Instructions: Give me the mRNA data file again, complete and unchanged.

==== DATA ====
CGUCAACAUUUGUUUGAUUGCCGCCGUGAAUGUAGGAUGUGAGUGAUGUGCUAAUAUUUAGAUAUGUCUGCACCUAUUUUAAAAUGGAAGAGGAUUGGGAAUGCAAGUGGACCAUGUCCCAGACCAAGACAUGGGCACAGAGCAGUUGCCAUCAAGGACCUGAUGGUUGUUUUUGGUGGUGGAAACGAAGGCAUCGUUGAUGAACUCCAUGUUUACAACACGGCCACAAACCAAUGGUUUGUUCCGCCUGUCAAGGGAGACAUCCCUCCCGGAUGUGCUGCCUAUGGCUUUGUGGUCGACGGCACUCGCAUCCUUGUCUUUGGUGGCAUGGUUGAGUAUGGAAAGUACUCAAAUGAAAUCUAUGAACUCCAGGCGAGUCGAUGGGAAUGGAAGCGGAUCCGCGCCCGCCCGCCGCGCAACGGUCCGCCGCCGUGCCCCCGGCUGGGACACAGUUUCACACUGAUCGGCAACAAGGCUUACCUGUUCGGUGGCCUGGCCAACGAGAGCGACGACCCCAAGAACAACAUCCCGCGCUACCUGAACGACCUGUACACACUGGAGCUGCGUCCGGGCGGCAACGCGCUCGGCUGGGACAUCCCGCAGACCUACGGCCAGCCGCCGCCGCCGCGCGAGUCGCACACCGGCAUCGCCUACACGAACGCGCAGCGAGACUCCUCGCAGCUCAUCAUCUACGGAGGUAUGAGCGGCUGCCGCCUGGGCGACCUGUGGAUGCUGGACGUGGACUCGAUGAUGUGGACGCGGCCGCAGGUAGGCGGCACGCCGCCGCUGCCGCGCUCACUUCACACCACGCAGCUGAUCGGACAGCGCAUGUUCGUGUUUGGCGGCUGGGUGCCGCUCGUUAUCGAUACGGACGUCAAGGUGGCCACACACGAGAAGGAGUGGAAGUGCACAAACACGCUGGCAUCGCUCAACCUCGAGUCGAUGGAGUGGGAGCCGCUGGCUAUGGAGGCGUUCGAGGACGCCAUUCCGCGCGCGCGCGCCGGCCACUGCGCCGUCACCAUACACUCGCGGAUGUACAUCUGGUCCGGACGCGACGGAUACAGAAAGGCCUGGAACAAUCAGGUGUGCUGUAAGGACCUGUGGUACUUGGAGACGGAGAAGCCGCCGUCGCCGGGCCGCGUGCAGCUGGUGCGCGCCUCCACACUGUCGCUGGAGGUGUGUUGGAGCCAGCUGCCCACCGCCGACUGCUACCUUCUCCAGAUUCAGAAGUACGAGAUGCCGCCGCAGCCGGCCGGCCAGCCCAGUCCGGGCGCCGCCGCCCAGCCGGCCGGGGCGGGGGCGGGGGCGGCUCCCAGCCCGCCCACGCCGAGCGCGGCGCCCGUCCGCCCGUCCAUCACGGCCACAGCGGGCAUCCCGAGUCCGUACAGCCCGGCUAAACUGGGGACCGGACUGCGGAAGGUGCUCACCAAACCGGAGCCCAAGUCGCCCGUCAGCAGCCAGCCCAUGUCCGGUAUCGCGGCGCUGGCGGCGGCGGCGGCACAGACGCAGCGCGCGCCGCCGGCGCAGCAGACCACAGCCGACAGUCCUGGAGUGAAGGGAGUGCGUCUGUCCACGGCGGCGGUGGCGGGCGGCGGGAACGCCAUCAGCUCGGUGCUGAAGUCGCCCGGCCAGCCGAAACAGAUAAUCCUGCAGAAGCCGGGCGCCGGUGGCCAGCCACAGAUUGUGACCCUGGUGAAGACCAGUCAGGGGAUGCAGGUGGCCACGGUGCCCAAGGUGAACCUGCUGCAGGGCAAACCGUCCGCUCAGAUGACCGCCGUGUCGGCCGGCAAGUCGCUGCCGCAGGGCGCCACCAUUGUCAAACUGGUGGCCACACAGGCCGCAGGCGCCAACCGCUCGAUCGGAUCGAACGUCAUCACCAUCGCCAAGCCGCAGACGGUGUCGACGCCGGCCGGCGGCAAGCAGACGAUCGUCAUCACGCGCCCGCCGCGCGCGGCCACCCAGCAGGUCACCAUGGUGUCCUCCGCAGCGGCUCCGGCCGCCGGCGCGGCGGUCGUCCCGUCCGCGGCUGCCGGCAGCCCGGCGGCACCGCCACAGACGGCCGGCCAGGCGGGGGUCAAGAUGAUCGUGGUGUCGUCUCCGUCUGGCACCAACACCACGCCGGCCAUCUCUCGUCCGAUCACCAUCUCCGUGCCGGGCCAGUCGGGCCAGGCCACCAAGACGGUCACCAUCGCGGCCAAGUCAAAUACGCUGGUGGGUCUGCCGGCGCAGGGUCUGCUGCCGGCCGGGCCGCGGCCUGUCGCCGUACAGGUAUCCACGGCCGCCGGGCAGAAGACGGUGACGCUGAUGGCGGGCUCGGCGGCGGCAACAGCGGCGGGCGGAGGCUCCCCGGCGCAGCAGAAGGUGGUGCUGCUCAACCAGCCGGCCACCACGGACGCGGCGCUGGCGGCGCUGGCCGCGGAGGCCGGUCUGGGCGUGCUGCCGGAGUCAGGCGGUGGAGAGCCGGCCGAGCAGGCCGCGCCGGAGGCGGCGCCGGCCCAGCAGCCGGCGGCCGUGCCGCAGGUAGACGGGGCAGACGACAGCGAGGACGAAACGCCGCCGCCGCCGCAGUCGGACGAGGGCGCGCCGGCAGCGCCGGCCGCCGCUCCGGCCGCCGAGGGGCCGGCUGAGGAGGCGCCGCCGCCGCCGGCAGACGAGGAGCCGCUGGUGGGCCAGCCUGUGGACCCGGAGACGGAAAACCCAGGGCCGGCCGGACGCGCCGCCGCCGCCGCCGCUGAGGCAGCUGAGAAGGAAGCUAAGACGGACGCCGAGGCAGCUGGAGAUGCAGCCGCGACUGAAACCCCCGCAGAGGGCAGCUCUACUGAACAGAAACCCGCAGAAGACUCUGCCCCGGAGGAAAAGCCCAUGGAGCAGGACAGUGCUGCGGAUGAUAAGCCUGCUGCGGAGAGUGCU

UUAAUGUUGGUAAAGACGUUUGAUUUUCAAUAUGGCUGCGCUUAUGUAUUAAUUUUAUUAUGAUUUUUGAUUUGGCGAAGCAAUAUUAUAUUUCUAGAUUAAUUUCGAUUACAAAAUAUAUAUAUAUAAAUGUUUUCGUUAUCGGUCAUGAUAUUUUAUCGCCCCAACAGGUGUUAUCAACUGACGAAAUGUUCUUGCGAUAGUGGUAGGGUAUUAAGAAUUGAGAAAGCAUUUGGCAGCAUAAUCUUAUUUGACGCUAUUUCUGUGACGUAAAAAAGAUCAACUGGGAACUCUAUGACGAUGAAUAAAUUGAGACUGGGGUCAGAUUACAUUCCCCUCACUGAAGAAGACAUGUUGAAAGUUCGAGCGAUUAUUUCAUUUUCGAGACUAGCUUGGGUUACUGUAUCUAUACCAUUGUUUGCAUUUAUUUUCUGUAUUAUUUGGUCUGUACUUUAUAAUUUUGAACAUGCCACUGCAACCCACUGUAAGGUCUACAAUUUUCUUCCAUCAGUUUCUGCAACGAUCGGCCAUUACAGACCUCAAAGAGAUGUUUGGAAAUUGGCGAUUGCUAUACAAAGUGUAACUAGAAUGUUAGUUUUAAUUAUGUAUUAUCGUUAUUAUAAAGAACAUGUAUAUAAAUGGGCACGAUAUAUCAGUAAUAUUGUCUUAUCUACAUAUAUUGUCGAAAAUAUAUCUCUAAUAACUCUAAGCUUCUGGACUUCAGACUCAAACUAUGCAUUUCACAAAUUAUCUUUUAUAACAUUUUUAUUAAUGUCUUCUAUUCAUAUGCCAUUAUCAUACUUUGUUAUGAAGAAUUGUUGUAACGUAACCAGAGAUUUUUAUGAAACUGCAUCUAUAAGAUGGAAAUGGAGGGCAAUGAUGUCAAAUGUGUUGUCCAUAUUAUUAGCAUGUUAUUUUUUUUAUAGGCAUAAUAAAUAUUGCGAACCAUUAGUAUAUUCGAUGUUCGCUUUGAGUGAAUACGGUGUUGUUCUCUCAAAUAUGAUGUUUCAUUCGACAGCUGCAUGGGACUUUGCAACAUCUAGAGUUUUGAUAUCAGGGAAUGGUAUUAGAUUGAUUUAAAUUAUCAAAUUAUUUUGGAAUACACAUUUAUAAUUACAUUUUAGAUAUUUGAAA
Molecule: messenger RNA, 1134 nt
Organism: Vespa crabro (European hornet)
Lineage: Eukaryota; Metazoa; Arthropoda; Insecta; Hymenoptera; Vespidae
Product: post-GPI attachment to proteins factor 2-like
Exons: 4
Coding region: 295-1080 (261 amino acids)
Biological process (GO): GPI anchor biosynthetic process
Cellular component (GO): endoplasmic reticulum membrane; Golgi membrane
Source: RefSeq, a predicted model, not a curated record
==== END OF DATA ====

CGUCAACAUUUGUUUGAUUGCCGCCGUGAAUGUAGGAUGUGAGUGAUGUGCUAAUAUUUAGAUAUGUCUGCACCUAUUUUAAAAUGGAAGAGGAUUGGGAAUGCAAGUGGACCAUGUCCCAGACCAAGACAUGGGCACAGAGCAGUUGCCAUCAAGGACCUGAUGGUUGUUUUUGGUGGUGGAAACGAAGGCAUCGUUGAUGAACUCCAUGUUUACAACACGGCCACAAACCAAUGGUUUGUUCCGCCUGUCAAGGGAGACAUCCCUCCCGGAUGUGCUGCCUAUGGCUUUGUGGUCGACGGCACUCGCAUCCUUGUCUUUGGUGGCAUGGUUGAGUAUGGAAAGUACUCAAAUGAAAUCUAUGAACUCCAGGCGAGUCGAUGGGAAUGGAAGCGGAUCCGCGCCCGCCCGCCGCGCAACGGUCCGCCGCCGUGCCCCCGGCUGGGACACAGUUUCACACUGAUCGGCAACAAGGCUUACCUGUUCGGUGGCCUGGCCAACGAGAGCGACGACCCCAAGAACAACAUCCCGCGCUACCUGAACGACCUGUACACACUGGAGCUGCGUCCGGGCGGCAACGCGCUCGGCUGGGACAUCCCGCAGACCUACGGCCAGCCGCCGCCGCCGCGCGAGUCGCACACCGGCAUCGCCUACACGAACGCGCAGCGAGACUCCUCGCAGCUCAUCAUCUACGGAGGUAUGAGCGGCUGCCGCCUGGGCGACCUGUGGAUGCUGGACGUGGACUCGAUGAUGUGGACGCGGCCGCAGGUAGGCGGCACGCCGCCGCUGCCGCGCUCACUUCACACCACGCAGCUGAUCGGACAGCGCAUGUUCGUGUUUGGCGGCUGGGUGCCGCUCGUUAUCGAUACGGACGUCAAGGUGGCCACACACGAGAAGGAGUGGAAGUGCACAAACACGCUGGCAUCGCUCAACCUCGAGUCGAUGGAGUGGGAGCCGCUGGCUAUGGAGGCGUUCGAGGACGCCAUUCCGCGCGCGCGCGCCGGCCACUGCGCCGUCACCAUACACUCGCGGAUGUACAUCUGGUCCGGACGCGACGGAUACAGAAAGGCCUGGAACAAUCAGGUGUGCUGUAAGGACCUGUGGUACUUGGAGACGGAGAAGCCGCCGUCGCCGGGCCGCGUGCAGCUGGUGCGCGCCUCCACACUGUCGCUGGAGGUGUGUUGGAGCCAGCUGCCCACCGCCGACUGCUACCUUCUCCAGAUUCAGAAGUACGAGAUGCCGCCGCAGCCGGCCGGCCAGCCCAGUCCGGGCGCCGCCGCCCAGCCGGCCGGGGCGGGGGCGGGGGCGGCUCCCAGCCCGCCCACGCCGAGCGCGGCGCCCGUCCGCCCGUCCAUCACGGCCACAGCGGGCAUCCCGAGUCCGUACAGCCCGGCUAAACUGGGGACCGGACUGCGGAAGGUGCUCACCAAACCGGAGCCCAAGUCGCCCGUCAGCAGCCAGCCCAUGUCCGGUAUCGCGGCGCUGGCGGCGGCGGCGGCACAGACGCAGCGCGCGCCGCCGGCGCAGCAGACCACAGCCGACAGUCCUGGAGUGAAGGGAGUGCGUCUGUCCACGGCGGCGGUGGCGGGCGGCGGGAACGCCAUCAGCUCGGUGCUGAAGUCGCCCGGCCAGCCGAAACAGAUAAUCCUGCAGAAGCCGGGCGCCGGUGGCCAGCCACAGAUUGUGACCCUGGUGAAGACCAGUCAGGGGAUGCAGGUGGCCACGGUGCCCAAGGUGAACCUGCUGCAGGGCAAACCGUCCGCUCAGAUGACCGCCGUGUCGGCCGGCAAGUCGCUGCCGCAGGGCGCCACCAUUGUCAAACUGGUGGCCACACAGGCCGCAGGCGCCAACCGCUCGAUCGGAUCGAACGUCAUCACCAUCGCCAAGCCGCAGACGGUGUCGACGCCGGCCGGCGGCAAGCAGACGAUCGUCAUCACGCGCCCGCCGCGCGCGGCCACCCAGCAGGUCACCAUGGUGUCCUCCGCAGCGGCUCCGGCCGCCGGCGCGGCGGUCGUCCCGUCCGCGGCUGCCGGCAGCCCGGCGGCACCGCCACAGACGGCCGGCCAGGCGGGGGUCAAGAUGAUCGUGGUGUCGUCUCCGUCUGGCACCAACACCACGCCGGCCAUCUCUCGUCCGAUCACCAUCUCCGUGCCGGGCCAGUCGGGCCAGGCCACCAAGACGGUCACCAUCGCGGCCAAGUCAAAUACGCUGGUGGGUCUGCCGGCGCAGGGUCUGCUGCCGGCCGGGCCGCGGCCUGUCGCCGUACAGGUAUCCACGGCCGCCGGGCAGAAGACGGUGACGCUGAUGGCGGGCUCGGCGGCGGCAACAGCGGCGGGCGGAGGCUCCCCGGCGCAGCAGAAGGUGGUGCUGCUCAACCAGCCGGCCACCACGGACGCGGCGCUGGCGGCGCUGGCCGCGGAGGCCGGUCUGGGCGUGCUGCCGGAGUCAGGCGGUGGAGAGCCGGCCGAGCAGGCCGCGCCGGAGGCGGCGCCGGCCCAGCAGCCGGCGGCCGUGCCGCAGGUAGACGGGGCAGACGACAGCGAGGACGAAACGCCGCCGCCGCCGCAGUCGGACGAGGGCGCGCCGGCAGCGCCGGCCGCCGCUCCGGCCGCCGAGGGGCCGGCUGAGGAGGCGCCGCCGCCGCCGGCAGACGAGGAGCCGCUGGUGGGCCAGCCUGUGGACCCGGAGACGGAAAACCCAGGGCCGGCCGGACGCGCCGCCGCCGCCGCCGCUGAGGCAGCUGAGAAGGAAGCUAAGACGGACGCCGAGGCAGCUGGAGAUGCAGCCGCGACUGAAACCCCCGCAGAGGGCAGCUCUACUGAACAGAAACCCGCAGAAGACUCUGCCCCGGAGGAAAAGCCCAUGGAGCAGGACAGUGCUGCGGAUGAUAAGCCUGCUGCGGAGAGUGCU

UUAAUGUUGGUAAAGACGUUUGAUUUUCAAUAUGGCUGCGCUUAUGUAUUAAUUUUAUUAUGAUUUUUGAUUUGGCGAAGCAAUAUUAUAUUUCUAGAUUAAUUUCGAUUACAAAAUAUAUAUAUAUAAAUGUUUUCGUUAUCGGUCAUGAUAUUUUAUCGCCCCAACAGGUGUUAUCAACUGACGAAAUGUUCUUGCGAUAGUGGUAGGGUAUUAAGAAUUGAGAAAGCAUUUGGCAGCAUAAUCUUAUUUGACGCUAUUUCUGUGACGUAAAAAAGAUCAACUGGGAACUCUAUGACGAUGAAUAAAUUGAGACUGGGGUCAGAUUACAUUCCCCUCACUGAAGAAGACAUGUUGAAAGUUCGAGCGAUUAUUUCAUUUUCGAGACUAGCUUGGGUUACUGUAUCUAUACCAUUGUUUGCAUUUAUUUUCUGUAUUAUUUGGUCUGUACUUUAUAAUUUUGAACAUGCCACUGCAACCCACUGUAAGGUCUACAAUUUUCUUCCAUCAGUUUCUGCAACGAUCGGCCAUUACAGACCUCAAAGAGAUGUUUGGAAAUUGGCGAUUGCUAUACAAAGUGUAACUAGAAUGUUAGUUUUAAUUAUGUAUUAUCGUUAUUAUAAAGAACAUGUAUAUAAAUGGGCACGAUAUAUCAGUAAUAUUGUCUUAUCUACAUAUAUUGUCGAAAAUAUAUCUCUAAUAACUCUAAGCUUCUGGACUUCAGACUCAAACUAUGCAUUUCACAAAUUAUCUUUUAUAACAUUUUUAUUAAUGUCUUCUAUUCAUAUGCCAUUAUCAUACUUUGUUAUGAAGAAUUGUUGUAACGUAACCAGAGAUUUUUAUGAAACUGCAUCUAUAAGAUGGAAAUGGAGGGCAAUGAUGUCAAAUGUGUUGUCCAUAUUAUUAGCAUGUUAUUUUUUUUAUAGGCAUAAUAAAUAUUGCGAACCAUUAGUAUAUUCGAUGUUCGCUUUGAGUGAAUACGGUGUUGUUCUCUCAAAUAUGAUGUUUCAUUCGACAGCUGCAUGGGACUUUGCAACAUCUAGAGUUUUGAUAUCAGGGAAUGGUAUUAGAUUGAUUUAAAUUAUCAAAUUAUUUUGGAAUACACAUUUAUAAUUACAUUUUAGAUAUUUGAAA
Molecule: messenger RNA, 1134 nt
Organism: Vespa crabro (European hornet)
Lineage: Eukaryota; Metazoa; Arthropoda; Insecta; Hymenoptera; Vespidae
Product: post-GPI attachment to proteins factor 2-like
Exons: 4
Coding region: 295-1080 (261 amino acids)
Biological process (GO): GPI anchor biosynthetic process
Cellular component (GO): endoplasmic reticulum membrane; Golgi membrane
Source: RefSeq, a predicted model, not a curated record